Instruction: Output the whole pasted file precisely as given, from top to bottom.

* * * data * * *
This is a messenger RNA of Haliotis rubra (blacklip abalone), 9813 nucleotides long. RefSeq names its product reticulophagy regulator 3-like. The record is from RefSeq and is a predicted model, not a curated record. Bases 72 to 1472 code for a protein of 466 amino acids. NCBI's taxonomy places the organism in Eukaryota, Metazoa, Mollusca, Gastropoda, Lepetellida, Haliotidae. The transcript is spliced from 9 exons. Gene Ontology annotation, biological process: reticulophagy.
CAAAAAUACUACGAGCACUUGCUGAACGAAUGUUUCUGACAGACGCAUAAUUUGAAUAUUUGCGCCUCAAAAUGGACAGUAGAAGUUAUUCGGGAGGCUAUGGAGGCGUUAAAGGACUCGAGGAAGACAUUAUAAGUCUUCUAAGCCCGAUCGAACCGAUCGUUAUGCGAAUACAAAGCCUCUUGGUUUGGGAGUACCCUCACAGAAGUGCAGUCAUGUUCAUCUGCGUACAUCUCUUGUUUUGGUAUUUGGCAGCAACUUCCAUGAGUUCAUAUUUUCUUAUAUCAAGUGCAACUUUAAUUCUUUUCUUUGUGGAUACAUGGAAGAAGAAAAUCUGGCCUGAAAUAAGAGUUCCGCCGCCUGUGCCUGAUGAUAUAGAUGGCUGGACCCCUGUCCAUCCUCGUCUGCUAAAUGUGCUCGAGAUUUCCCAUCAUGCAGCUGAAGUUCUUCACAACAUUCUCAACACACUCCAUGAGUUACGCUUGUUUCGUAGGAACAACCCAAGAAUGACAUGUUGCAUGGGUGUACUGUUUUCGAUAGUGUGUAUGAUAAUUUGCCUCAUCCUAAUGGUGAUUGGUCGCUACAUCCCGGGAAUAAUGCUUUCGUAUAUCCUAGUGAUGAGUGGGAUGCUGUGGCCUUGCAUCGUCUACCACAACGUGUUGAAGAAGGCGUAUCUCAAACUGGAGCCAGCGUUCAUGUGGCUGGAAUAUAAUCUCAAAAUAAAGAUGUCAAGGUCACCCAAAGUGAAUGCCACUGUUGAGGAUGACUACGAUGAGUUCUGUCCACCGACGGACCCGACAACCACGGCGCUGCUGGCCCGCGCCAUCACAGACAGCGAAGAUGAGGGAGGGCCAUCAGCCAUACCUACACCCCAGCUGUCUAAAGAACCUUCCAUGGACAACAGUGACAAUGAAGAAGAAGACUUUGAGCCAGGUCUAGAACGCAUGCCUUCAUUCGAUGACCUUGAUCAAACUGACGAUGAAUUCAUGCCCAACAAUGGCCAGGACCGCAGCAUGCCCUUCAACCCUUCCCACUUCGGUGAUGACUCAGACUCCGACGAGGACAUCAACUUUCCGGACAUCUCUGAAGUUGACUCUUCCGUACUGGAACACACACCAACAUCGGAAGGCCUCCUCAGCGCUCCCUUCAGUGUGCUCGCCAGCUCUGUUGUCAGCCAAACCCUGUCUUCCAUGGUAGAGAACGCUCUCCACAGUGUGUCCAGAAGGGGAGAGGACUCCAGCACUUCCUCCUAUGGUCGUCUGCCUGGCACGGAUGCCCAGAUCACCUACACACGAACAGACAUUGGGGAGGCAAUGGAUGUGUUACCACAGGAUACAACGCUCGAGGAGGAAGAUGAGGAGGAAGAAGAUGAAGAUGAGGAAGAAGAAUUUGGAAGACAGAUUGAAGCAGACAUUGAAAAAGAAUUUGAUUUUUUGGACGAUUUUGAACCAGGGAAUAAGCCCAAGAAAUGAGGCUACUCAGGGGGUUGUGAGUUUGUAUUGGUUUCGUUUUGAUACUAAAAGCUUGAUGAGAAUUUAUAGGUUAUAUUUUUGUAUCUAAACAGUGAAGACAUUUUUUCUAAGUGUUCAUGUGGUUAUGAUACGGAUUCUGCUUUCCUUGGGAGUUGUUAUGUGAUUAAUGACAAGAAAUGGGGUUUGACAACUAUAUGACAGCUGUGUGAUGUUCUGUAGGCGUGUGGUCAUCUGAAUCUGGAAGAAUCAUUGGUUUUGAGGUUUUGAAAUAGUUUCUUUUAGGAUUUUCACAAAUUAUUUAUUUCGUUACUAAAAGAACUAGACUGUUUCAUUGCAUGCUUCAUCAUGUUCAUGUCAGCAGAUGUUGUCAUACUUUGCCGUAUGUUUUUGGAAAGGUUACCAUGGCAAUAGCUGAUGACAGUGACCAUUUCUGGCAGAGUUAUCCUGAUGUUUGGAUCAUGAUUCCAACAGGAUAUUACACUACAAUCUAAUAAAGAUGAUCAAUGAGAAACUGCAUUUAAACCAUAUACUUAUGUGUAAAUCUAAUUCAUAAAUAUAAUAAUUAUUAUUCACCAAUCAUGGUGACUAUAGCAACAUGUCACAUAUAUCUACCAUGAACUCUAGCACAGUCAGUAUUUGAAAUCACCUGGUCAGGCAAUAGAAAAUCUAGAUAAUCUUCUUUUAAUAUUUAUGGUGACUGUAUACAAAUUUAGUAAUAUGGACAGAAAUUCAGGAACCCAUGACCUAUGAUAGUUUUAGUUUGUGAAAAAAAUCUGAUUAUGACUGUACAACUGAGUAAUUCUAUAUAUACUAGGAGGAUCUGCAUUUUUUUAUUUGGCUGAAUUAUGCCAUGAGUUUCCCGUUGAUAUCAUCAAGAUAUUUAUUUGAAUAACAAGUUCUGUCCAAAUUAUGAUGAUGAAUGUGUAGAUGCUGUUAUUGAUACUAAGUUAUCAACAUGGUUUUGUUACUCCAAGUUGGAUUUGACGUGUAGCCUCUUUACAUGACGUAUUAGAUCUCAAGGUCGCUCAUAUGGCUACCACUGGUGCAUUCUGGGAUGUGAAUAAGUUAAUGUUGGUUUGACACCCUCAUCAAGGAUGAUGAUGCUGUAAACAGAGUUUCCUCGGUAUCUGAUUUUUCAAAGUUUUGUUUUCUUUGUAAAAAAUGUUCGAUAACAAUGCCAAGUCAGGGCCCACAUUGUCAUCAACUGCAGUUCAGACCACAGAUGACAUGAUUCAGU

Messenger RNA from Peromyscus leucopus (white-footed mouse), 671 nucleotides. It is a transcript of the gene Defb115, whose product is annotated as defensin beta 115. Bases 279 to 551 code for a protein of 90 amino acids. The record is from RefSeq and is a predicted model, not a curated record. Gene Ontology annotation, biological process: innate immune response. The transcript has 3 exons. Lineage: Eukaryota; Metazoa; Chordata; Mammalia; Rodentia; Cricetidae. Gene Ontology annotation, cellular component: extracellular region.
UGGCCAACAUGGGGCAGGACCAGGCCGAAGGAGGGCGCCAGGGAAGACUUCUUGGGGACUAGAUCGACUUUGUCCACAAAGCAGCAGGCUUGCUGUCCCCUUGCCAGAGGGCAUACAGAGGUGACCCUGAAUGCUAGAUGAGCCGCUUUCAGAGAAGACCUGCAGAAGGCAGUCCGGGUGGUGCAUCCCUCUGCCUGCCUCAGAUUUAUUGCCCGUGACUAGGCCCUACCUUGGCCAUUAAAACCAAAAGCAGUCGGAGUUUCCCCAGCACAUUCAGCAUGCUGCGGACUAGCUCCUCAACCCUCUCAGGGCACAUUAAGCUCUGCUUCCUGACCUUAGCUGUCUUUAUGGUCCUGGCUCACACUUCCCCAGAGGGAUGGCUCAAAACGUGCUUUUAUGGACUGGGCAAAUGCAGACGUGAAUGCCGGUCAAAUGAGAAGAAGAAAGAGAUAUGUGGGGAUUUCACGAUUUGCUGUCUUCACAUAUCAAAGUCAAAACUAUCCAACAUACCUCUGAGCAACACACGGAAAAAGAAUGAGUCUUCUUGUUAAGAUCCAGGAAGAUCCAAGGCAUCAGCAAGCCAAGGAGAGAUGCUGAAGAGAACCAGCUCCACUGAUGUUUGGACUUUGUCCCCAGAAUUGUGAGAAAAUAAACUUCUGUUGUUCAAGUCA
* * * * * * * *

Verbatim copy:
This is a messenger RNA of Haliotis rubra (blacklip abalone), 9813 nucleotides long. RefSeq names its product reticulophagy regulator 3-like. The record is from RefSeq and is a predicted model, not a curated record. Bases 72 to 1472 code for a protein of 466 amino acids. NCBI's taxonomy places the organism in Eukaryota, Metazoa, Mollusca, Gastropoda, Lepetellida, Haliotidae. The transcript is spliced from 9 exons. Gene Ontology annotation, biological process: reticulophagy.
CAAAAAUACUACGAGCACUUGCUGAACGAAUGUUUCUGACAGACGCAUAAUUUGAAUAUUUGCGCCUCAAAAUGGACAGUAGAAGUUAUUCGGGAGGCUAUGGAGGCGUUAAAGGACUCGAGGAAGACAUUAUAAGUCUUCUAAGCCCGAUCGAACCGAUCGUUAUGCGAAUACAAAGCCUCUUGGUUUGGGAGUACCCUCACAGAAGUGCAGUCAUGUUCAUCUGCGUACAUCUCUUGUUUUGGUAUUUGGCAGCAACUUCCAUGAGUUCAUAUUUUCUUAUAUCAAGUGCAACUUUAAUUCUUUUCUUUGUGGAUACAUGGAAGAAGAAAAUCUGGCCUGAAAUAAGAGUUCCGCCGCCUGUGCCUGAUGAUAUAGAUGGCUGGACCCCUGUCCAUCCUCGUCUGCUAAAUGUGCUCGAGAUUUCCCAUCAUGCAGCUGAAGUUCUUCACAACAUUCUCAACACACUCCAUGAGUUACGCUUGUUUCGUAGGAACAACCCAAGAAUGACAUGUUGCAUGGGUGUACUGUUUUCGAUAGUGUGUAUGAUAAUUUGCCUCAUCCUAAUGGUGAUUGGUCGCUACAUCCCGGGAAUAAUGCUUUCGUAUAUCCUAGUGAUGAGUGGGAUGCUGUGGCCUUGCAUCGUCUACCACAACGUGUUGAAGAAGGCGUAUCUCAAACUGGAGCCAGCGUUCAUGUGGCUGGAAUAUAAUCUCAAAAUAAAGAUGUCAAGGUCACCCAAAGUGAAUGCCACUGUUGAGGAUGACUACGAUGAGUUCUGUCCACCGACGGACCCGACAACCACGGCGCUGCUGGCCCGCGCCAUCACAGACAGCGAAGAUGAGGGAGGGCCAUCAGCCAUACCUACACCCCAGCUGUCUAAAGAACCUUCCAUGGACAACAGUGACAAUGAAGAAGAAGACUUUGAGCCAGGUCUAGAACGCAUGCCUUCAUUCGAUGACCUUGAUCAAACUGACGAUGAAUUCAUGCCCAACAAUGGCCAGGACCGCAGCAUGCCCUUCAACCCUUCCCACUUCGGUGAUGACUCAGACUCCGACGAGGACAUCAACUUUCCGGACAUCUCUGAAGUUGACUCUUCCGUACUGGAACACACACCAACAUCGGAAGGCCUCCUCAGCGCUCCCUUCAGUGUGCUCGCCAGCUCUGUUGUCAGCCAAACCCUGUCUUCCAUGGUAGAGAACGCUCUCCACAGUGUGUCCAGAAGGGGAGAGGACUCCAGCACUUCCUCCUAUGGUCGUCUGCCUGGCACGGAUGCCCAGAUCACCUACACACGAACAGACAUUGGGGAGGCAAUGGAUGUGUUACCACAGGAUACAACGCUCGAGGAGGAAGAUGAGGAGGAAGAAGAUGAAGAUGAGGAAGAAGAAUUUGGAAGACAGAUUGAAGCAGACAUUGAAAAAGAAUUUGAUUUUUUGGACGAUUUUGAACCAGGGAAUAAGCCCAAGAAAUGAGGCUACUCAGGGGGUUGUGAGUUUGUAUUGGUUUCGUUUUGAUACUAAAAGCUUGAUGAGAAUUUAUAGGUUAUAUUUUUGUAUCUAAACAGUGAAGACAUUUUUUCUAAGUGUUCAUGUGGUUAUGAUACGGAUUCUGCUUUCCUUGGGAGUUGUUAUGUGAUUAAUGACAAGAAAUGGGGUUUGACAACUAUAUGACAGCUGUGUGAUGUUCUGUAGGCGUGUGGUCAUCUGAAUCUGGAAGAAUCAUUGGUUUUGAGGUUUUGAAAUAGUUUCUUUUAGGAUUUUCACAAAUUAUUUAUUUCGUUACUAAAAGAACUAGACUGUUUCAUUGCAUGCUUCAUCAUGUUCAUGUCAGCAGAUGUUGUCAUACUUUGCCGUAUGUUUUUGGAAAGGUUACCAUGGCAAUAGCUGAUGACAGUGACCAUUUCUGGCAGAGUUAUCCUGAUGUUUGGAUCAUGAUUCCAACAGGAUAUUACACUACAAUCUAAUAAAGAUGAUCAAUGAGAAACUGCAUUUAAACCAUAUACUUAUGUGUAAAUCUAAUUCAUAAAUAUAAUAAUUAUUAUUCACCAAUCAUGGUGACUAUAGCAACAUGUCACAUAUAUCUACCAUGAACUCUAGCACAGUCAGUAUUUGAAAUCACCUGGUCAGGCAAUAGAAAAUCUAGAUAAUCUUCUUUUAAUAUUUAUGGUGACUGUAUACAAAUUUAGUAAUAUGGACAGAAAUUCAGGAACCCAUGACCUAUGAUAGUUUUAGUUUGUGAAAAAAAUCUGAUUAUGACUGUACAACUGAGUAAUUCUAUAUAUACUAGGAGGAUCUGCAUUUUUUUAUUUGGCUGAAUUAUGCCAUGAGUUUCCCGUUGAUAUCAUCAAGAUAUUUAUUUGAAUAACAAGUUCUGUCCAAAUUAUGAUGAUGAAUGUGUAGAUGCUGUUAUUGAUACUAAGUUAUCAACAUGGUUUUGUUACUCCAAGUUGGAUUUGACGUGUAGCCUCUUUACAUGACGUAUUAGAUCUCAAGGUCGCUCAUAUGGCUACCACUGGUGCAUUCUGGGAUGUGAAUAAGUUAAUGUUGGUUUGACACCCUCAUCAAGGAUGAUGAUGCUGUAAACAGAGUUUCCUCGGUAUCUGAUUUUUCAAAGUUUUGUUUUCUUUGUAAAAAAUGUUCGAUAACAAUGCCAAGUCAGGGCCCACAUUGUCAUCAACUGCAGUUCAGACCACAGAUGACAUGAUUCAGU

Messenger RNA from Peromyscus leucopus (white-footed mouse), 671 nucleotides. It is a transcript of the gene Defb115, whose product is annotated as defensin beta 115. Bases 279 to 551 code for a protein of 90 amino acids. The record is from RefSeq and is a predicted model, not a curated record. Gene Ontology annotation, biological process: innate immune response. The transcript has 3 exons. Lineage: Eukaryota; Metazoa; Chordata; Mammalia; Rodentia; Cricetidae. Gene Ontology annotation, cellular component: extracellular region.
UGGCCAACAUGGGGCAGGACCAGGCCGAAGGAGGGCGCCAGGGAAGACUUCUUGGGGACUAGAUCGACUUUGUCCACAAAGCAGCAGGCUUGCUGUCCCCUUGCCAGAGGGCAUACAGAGGUGACCCUGAAUGCUAGAUGAGCCGCUUUCAGAGAAGACCUGCAGAAGGCAGUCCGGGUGGUGCAUCCCUCUGCCUGCCUCAGAUUUAUUGCCCGUGACUAGGCCCUACCUUGGCCAUUAAAACCAAAAGCAGUCGGAGUUUCCCCAGCACAUUCAGCAUGCUGCGGACUAGCUCCUCAACCCUCUCAGGGCACAUUAAGCUCUGCUUCCUGACCUUAGCUGUCUUUAUGGUCCUGGCUCACACUUCCCCAGAGGGAUGGCUCAAAACGUGCUUUUAUGGACUGGGCAAAUGCAGACGUGAAUGCCGGUCAAAUGAGAAGAAGAAAGAGAUAUGUGGGGAUUUCACGAUUUGCUGUCUUCACAUAUCAAAGUCAAAACUAUCCAACAUACCUCUGAGCAACACACGGAAAAAGAAUGAGUCUUCUUGUUAAGAUCCAGGAAGAUCCAAGGCAUCAGCAAGCCAAGGAGAGAUGCUGAAGAGAACCAGCUCCACUGAUGUUUGGACUUUGUCCCCAGAAUUGUGAGAAAAUAAACUUCUGUUGUUCAAGUCA